Senator Dodd gave this speech on the Senate floor on December 17, 2007.
The information presented below reflects the 2008 election season and is not representative of changes in titles, roles, or policy views expressed since then.
Christopher Dodd (D-CT) is a second-generation Connecticut senator (his father Thomas held the office throughout the 1960s). He started his career in public service in the Peace Corps in the Dominican Republic during the late 1960s, gaining fluency in Spanish. Also a result of lessons learned in the Peace Corps, Dodd has emphasized the importance of national service, making an “American Community Initiative” a key part of his platform.
Dodd is the only Democratic candidate to have spent time in the military, with stints in the Army Reserves and National Guard. He served in the House of Representatives for five years before his 1980 election to the Senate. He has been a rare voice in Congress focusing on Latin American politics, at times taking positions unpopular in Washington, such as his advocacy for an end to the U.S. embargo on Cuba. He chairs the Senate Foreign Relations Subcommittee on the Western Hemisphere, Peace Corps, and Narcotics.
Dodd has made pointed foreign policy critiques of his fellow candidates and the Bush administration throughout the campaign. Though he voted for the invasion of Iraq in 2002, Dodd has attacked front-running Democratic candidates for refusing to pledge to remove U.S. troops from Iraq by 2013.
Dodd withdrew his candidacy in January 2008. In February 2008, Dodd endorsed Sen. Barack Obama (D-IL) for the Democratic nomination.
U.S. Policy toward Africa
Sen. Dodd (D-CT) has primarily focused his discussion of policy toward Africa on supporting the Millennium Development Goals, which include the eradication of extreme poverty and hunger, and the reduction of child mortality, among other efforts. Dodd told Vanity Fair that the International Monetary Fund (IMF) should “sell a portion of its gold reserves and use the proceeds to establish a trust fund with interest generated devoted to financing the debts of poor countries.”
Dodd cosponsored a March 2007 bill to amend the Foreign Assistance Act of 1961 to help efforts to combat HIV/AIDS and other diseases in sub-Saharan African countries. The bill directs the President to develop a strategy for improved health care throughout the region. It has not yet been passed in the Senate. He also cosponsored the HIV Prevention Act of 2007 with Biden and Clinton. Dodd cosponsored Biden’s resolution demanding the deployment of an international peacekeeping force to Darfur.
U.S. Policy toward India
Sen. Dodd (D-CT) voted for the United States-India Energy Security Cooperation Act of 2006. Other than that, however, little is known about Dodd’s stance on U.S. policy toward India.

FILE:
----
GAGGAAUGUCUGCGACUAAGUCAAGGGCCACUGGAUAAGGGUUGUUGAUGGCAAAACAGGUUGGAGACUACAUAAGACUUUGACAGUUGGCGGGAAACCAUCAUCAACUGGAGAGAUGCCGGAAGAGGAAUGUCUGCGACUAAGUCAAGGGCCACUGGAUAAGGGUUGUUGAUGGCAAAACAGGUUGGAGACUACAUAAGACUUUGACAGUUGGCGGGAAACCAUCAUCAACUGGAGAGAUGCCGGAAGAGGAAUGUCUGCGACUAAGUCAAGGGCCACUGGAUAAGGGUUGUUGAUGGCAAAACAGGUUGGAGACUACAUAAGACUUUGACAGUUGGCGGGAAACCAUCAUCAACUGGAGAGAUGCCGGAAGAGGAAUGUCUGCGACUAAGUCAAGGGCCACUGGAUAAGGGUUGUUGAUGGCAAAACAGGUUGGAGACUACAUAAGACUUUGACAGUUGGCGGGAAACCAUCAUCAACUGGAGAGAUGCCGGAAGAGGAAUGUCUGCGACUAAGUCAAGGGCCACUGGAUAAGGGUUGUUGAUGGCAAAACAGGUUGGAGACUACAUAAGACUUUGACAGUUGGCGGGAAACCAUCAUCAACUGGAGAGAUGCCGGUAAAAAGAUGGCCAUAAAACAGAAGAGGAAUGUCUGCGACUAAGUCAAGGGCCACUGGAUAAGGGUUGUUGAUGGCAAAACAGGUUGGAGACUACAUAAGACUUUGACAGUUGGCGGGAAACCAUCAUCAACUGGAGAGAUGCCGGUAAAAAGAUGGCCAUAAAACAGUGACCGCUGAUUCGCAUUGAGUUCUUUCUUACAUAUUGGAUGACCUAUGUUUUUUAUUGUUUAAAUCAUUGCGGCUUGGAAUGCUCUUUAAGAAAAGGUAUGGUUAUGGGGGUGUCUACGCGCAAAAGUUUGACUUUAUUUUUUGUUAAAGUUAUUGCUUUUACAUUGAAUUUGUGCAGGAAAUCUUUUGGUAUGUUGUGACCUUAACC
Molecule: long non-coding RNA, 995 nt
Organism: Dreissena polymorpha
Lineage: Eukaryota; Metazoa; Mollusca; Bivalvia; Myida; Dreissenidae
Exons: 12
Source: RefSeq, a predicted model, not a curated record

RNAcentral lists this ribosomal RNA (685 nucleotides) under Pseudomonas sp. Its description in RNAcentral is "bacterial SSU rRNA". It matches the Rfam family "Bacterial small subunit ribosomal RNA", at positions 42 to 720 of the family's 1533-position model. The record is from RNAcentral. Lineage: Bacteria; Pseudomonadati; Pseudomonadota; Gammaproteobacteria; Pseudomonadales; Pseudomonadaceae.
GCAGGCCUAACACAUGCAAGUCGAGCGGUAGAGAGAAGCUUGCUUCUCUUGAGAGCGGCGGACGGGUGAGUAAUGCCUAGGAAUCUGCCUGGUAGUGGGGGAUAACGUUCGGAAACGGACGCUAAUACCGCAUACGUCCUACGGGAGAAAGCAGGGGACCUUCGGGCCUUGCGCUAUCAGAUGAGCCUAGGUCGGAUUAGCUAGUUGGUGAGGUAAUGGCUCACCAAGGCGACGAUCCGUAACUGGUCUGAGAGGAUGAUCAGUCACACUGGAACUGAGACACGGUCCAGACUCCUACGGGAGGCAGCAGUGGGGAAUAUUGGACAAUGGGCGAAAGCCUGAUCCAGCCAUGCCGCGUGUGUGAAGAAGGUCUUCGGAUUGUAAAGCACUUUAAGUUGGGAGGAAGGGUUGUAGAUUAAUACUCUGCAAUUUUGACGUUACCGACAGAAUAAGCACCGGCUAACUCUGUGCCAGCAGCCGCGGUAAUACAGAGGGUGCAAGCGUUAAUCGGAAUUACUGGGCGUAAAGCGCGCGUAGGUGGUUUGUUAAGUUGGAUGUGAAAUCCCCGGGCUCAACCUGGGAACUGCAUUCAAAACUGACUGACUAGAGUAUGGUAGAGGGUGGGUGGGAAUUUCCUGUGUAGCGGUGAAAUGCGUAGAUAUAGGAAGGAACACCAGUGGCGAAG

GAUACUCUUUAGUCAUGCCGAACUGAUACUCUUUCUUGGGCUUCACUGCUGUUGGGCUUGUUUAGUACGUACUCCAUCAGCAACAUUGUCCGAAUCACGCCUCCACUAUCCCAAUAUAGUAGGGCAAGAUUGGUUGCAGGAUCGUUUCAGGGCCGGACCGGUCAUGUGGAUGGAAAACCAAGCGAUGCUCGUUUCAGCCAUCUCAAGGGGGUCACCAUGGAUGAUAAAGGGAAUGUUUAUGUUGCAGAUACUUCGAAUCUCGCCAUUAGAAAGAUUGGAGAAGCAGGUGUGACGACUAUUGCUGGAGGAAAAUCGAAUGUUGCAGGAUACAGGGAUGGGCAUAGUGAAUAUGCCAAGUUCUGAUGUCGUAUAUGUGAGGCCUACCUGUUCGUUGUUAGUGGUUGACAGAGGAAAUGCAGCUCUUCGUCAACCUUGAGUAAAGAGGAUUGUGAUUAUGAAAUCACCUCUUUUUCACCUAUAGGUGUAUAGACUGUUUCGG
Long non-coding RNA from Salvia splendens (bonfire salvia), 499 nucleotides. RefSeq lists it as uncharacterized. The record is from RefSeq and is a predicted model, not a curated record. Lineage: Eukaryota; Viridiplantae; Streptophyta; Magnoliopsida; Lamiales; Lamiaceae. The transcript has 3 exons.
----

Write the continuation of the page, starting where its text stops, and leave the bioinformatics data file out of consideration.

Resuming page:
Military Tribunals and Guantanamo Bay
Sen. Dodd (D-CT), like the other Democratic candidates, says the detention center at Guantanamo should be shut down. With Biden, Dodd is a cosponsor of Sen. Tom Harkin’s (D-IA) Guantanamo Bay Detention Facility Closure Act of 2007. He also cosponsors Sen. Feinstein’s similar bill to close the prison camp.
Dodd voted against the Military Commissions Act, which he said “does not provide a credible process for bringing suspected terrorists to justice.”
Sen. Dodd (D-CT) spoke out against warrantless wiretapping. He has said that through the NSA’s eavesdropping measures, the government was “overstepping its boundaries and lawlessly infringing upon the rights of law-abiding citizens.” Dodd voted against the confirmation of Hayden as CIA director.
Sen. Dodd (D-CT) criticized the Bush administration for “conflating Iraq with the war on terrorism.” He argues that Iraq has distracted the United States from the “looming threat” in North Korea, Iran, and “most importantly, the greater war on terror,” by which he presumably meant the fight against radical jihadists affiliated with Osama Bin Laden.
Dodd voted to approve the use of military force in both Afghanistan and Iraq, though he now supports troop redeployment from Iraq.
Democracy Promotion in the Arab World
Sen. Dodd (D-CT) favors promoting democracy but criticizes those who believe democracy is “just waiting to blossom” in the Middle East. “I’d love to see a democratic Middle East,” he is quoted as saying in the New Yorker, “but you’ve got to be a coherent society before you can be a democracy.” Dodd serves on the Senior Advisory Committee for the National Democratic Institute for International Affairs (NDI), a U.S.-funded organization whose mission is “to strengthen and expand democracy worldwide,” usually by election monitoring.
Sen. Dodd (D-CT) supports fuel cell technology as an alternative energy source, and in 2006 he hailed the announcement of a $10 million Department of Energy grant to a Connecticut venture researching fuel cells. He also supports tax incentives for gas stations that provide biofuels. Dodd voted against the Gulf of Mexico Security Act, saying the legislation “does nothing in the short term to rein in the soaring fuel and energy prices because of the lag time it will take to extract the allowed oil and gas.” He also voted against the final version of the Energy Policy Act of 2005.
In an August 2007 interview with Grist.org, Dodd called for a 50-mile-per-gallon standard on automobiles by the year 2017. He also said he opposes coal-to-liquid fueltechnology.